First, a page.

The Music In Repetition

This experiment aims to study how some non-musical sound fragments can transform into music through the simple act of repeatition.

Please read and agree to terms below to continue.

‘I hereby declare that I have been clearly informed about the research project “Transformation of Sound to Music” at the University of Amsterdam, Musicology department, conducted by Arran Lyon under supervision of Makiko Sadakata as described in the information brochure. My questions have been answered to my satisfaction, and if not please contact Arran Lyon or Makiko Sadakata (contact information below).

I consent to participate in this research on an entirely voluntary basis. I retain the right to revoke this consent without having to provide any reasons for my decision. I am aware that I am entitled to discontinue the research at any time and can withdraw my participation up to 8 days after the research has ended. If I decide to stop or withdraw my consent, all the information gathered up until then will be permanently deleted.

If my research results are used in scientific publications or made public in any other way, they will be fully anonymised. My personal information may not be viewed by third parties without my express permission.

If I need any further information on the research, now or in the future, I can contact Arran Lyon (phone number: +31 06 36087545 e-mail: or Makiko Sadakata (phone number: 00316-1404-4132, e-mail:, Nieuwe Doelenstraat 16, Room number 1.06, 1012 CP Amsterdam).

If I have any complaints regarding this research, I can contact the secretary of the Ethics Committee of the Faculty of Humanities of the University of Amsterdam; email:; phone number: +31 20 - 525 3054; Kloveniersburgwal 48, 1012 CX Amsterdam.

Before we begin, we would like to know which languages you can understand.

Please indicate below if you are fluent (for example, can talk in daily converstation) in any of the following languages, and feel free to add any other in the 'Other' box:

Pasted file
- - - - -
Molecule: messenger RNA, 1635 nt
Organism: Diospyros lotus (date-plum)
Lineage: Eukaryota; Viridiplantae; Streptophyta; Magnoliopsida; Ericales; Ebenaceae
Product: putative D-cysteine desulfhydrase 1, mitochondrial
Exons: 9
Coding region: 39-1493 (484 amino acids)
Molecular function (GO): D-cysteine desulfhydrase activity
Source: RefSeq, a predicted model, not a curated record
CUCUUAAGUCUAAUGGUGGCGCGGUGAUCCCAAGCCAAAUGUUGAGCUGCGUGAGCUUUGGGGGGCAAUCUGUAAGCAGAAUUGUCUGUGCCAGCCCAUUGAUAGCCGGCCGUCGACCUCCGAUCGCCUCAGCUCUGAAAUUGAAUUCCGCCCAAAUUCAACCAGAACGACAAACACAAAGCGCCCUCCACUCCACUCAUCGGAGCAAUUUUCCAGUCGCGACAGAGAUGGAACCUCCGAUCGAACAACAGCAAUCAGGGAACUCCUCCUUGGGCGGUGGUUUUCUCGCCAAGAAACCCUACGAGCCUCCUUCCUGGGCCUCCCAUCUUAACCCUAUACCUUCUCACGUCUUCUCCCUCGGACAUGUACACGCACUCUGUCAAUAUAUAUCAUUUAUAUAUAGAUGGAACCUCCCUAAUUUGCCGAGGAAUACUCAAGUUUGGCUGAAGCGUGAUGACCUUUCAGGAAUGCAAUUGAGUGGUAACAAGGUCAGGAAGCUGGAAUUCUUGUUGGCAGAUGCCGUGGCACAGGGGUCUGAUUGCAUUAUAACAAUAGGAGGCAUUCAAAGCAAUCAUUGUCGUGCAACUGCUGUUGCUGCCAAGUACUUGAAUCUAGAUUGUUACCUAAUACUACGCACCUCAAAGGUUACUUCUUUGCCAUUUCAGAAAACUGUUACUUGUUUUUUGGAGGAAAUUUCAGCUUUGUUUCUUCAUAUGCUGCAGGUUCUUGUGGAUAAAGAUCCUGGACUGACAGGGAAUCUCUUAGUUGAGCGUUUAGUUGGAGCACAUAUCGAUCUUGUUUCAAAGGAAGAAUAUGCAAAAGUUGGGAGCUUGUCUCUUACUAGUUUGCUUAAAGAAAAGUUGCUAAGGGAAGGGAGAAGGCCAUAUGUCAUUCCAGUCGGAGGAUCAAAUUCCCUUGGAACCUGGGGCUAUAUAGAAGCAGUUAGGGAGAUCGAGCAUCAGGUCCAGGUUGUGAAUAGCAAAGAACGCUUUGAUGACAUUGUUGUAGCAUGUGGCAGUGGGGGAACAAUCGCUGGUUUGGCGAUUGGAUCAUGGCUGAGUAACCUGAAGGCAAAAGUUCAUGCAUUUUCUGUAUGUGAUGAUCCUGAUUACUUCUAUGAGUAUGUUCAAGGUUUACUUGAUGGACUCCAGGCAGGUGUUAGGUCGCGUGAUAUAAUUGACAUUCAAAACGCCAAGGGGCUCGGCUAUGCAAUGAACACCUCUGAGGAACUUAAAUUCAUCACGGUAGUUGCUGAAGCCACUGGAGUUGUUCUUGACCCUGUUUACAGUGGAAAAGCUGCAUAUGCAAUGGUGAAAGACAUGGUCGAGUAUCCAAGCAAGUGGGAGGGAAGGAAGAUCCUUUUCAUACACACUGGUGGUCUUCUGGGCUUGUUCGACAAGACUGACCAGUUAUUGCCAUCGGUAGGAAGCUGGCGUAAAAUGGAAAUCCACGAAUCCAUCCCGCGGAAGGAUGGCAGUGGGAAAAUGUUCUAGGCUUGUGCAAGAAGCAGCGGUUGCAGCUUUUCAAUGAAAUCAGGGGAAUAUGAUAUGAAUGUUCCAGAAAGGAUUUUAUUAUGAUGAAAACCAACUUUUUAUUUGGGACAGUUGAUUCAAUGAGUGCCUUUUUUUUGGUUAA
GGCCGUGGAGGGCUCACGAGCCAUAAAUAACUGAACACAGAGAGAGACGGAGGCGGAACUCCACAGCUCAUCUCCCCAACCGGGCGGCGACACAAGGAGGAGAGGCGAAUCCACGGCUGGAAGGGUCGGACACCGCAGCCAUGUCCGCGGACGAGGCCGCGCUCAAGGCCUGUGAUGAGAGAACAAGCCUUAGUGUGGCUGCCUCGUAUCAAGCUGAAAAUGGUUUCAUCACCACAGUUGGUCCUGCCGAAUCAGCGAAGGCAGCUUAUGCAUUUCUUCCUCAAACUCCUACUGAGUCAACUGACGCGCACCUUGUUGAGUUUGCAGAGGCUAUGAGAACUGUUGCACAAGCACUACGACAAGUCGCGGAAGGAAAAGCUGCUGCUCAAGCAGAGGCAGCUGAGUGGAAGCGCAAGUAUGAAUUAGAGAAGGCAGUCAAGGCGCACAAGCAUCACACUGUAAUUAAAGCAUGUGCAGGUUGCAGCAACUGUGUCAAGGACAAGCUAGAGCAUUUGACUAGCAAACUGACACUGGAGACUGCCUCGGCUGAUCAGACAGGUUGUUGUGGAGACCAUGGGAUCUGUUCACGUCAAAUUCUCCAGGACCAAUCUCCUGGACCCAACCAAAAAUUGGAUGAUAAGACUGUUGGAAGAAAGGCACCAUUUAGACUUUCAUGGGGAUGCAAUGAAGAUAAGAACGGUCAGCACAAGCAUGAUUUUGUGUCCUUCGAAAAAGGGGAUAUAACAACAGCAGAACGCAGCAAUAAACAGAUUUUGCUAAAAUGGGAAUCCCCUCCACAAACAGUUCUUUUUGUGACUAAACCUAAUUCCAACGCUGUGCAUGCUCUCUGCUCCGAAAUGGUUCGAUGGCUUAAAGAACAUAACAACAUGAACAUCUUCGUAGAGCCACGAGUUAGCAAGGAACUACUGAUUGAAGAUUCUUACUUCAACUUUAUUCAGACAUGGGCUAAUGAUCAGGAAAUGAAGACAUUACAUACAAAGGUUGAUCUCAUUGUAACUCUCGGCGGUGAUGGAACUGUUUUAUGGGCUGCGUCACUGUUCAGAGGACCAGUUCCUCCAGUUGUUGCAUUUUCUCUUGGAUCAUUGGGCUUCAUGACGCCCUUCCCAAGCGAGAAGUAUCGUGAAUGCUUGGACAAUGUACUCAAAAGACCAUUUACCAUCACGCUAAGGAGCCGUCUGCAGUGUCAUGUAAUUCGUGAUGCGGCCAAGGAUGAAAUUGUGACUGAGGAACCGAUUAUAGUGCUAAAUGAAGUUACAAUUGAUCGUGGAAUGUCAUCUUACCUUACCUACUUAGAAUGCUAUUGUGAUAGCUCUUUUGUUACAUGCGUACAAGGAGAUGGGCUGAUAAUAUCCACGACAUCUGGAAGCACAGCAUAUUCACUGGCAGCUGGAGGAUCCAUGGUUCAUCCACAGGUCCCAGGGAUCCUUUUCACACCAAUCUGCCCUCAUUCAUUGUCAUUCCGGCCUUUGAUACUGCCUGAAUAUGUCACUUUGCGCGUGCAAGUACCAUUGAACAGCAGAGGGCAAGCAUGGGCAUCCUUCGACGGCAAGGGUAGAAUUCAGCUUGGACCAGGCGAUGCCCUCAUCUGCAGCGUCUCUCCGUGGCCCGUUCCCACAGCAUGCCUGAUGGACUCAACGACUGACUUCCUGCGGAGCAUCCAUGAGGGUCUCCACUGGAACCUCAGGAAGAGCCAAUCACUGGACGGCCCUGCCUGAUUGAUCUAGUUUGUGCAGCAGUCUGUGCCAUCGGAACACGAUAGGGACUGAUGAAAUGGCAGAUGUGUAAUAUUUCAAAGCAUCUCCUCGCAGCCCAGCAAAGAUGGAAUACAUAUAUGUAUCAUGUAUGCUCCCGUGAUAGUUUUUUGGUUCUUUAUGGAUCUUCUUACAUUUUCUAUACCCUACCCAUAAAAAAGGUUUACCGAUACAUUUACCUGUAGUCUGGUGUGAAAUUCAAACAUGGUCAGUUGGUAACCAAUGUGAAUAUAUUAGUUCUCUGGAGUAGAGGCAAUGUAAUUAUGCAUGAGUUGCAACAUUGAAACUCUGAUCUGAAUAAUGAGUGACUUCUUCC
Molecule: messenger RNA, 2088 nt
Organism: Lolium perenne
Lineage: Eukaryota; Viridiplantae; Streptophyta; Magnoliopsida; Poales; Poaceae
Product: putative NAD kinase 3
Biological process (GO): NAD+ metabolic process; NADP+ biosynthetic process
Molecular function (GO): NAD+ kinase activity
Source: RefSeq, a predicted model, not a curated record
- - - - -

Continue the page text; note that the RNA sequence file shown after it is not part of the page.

Here we present multiple non-musical sounds (e.g. speech, environmental sounds), and you will rate how `musical' it sounds to you. A sound sample will repeat 8 times with a short pause in between. We are interested in how your musical perception changes over the repetitions - some may start to sound more musical, while others may stay non-musical. Please change the slider position throughout the experiment as your perception changes.

Here is an example sound that is known to become highly musical after a few repetitions. Press play to listen to the sound on repeat.

Please make sure your headphones (preferred) or speakers are unmuted and at a comfortable volume, and that you are in an isolated environment where you will not be disturbed or interrupted.

You may notice that after a few repetitions, the speaker starts to sound like she is singing, rather than speaking.

Using the slider below, you can rate how `musical' her voice has become:

Not Musical
Very Musical

After you have submitted your rating, you can proceed to the main task, where you will rate other sounds in a similar fashion.

Please read the following instructions and make sure you understand before you start:

  1. Click Start to play the sound.
  2. A short countdown allows you to get ready.
  3. You will then hear a sound clip repeated multiple times.
  4. Whilst listening to the repetitions, rate the sound clip on how musical it sounds using the slider, from Not Musical on the left, to Very Musical on the far right, or anywhere in between.
    • Not Musical: sounds exactly like natural speech, or any other non-musical sounds.
    • Very Musical: sounds exactly like singing, or any type of musical piece.
  5. It is important to adjust the slider if the sound appears to change to reflect your rating. (You can move it any number of times and at any point during the trial)
  6. The task ends after the 8th repetition.
  7. You will be asked to submit your final rating of the sound. Click Submit Rating to confirm your choice
  8. By clicking Next Sound you begin the next trial with a different sound, and repeat the process from step 2.

There are 15 trials in total, and should take no more than 15 minutes to complete. After the trials have finished, you may continue to rate more sounds if you wish. There are a total of 98 different sounds. We do not expect you to complete all of them, however the more you can rate the more helpful it will be for our research. When you are done, you can simply leave the page.

Is the task clear? If so, you may begin...

Not Musical
Very Musical

Disclaimer: The data you give is collected completely anonymously and is used for academic purposes only. We do not store any cookies or session data on your computer.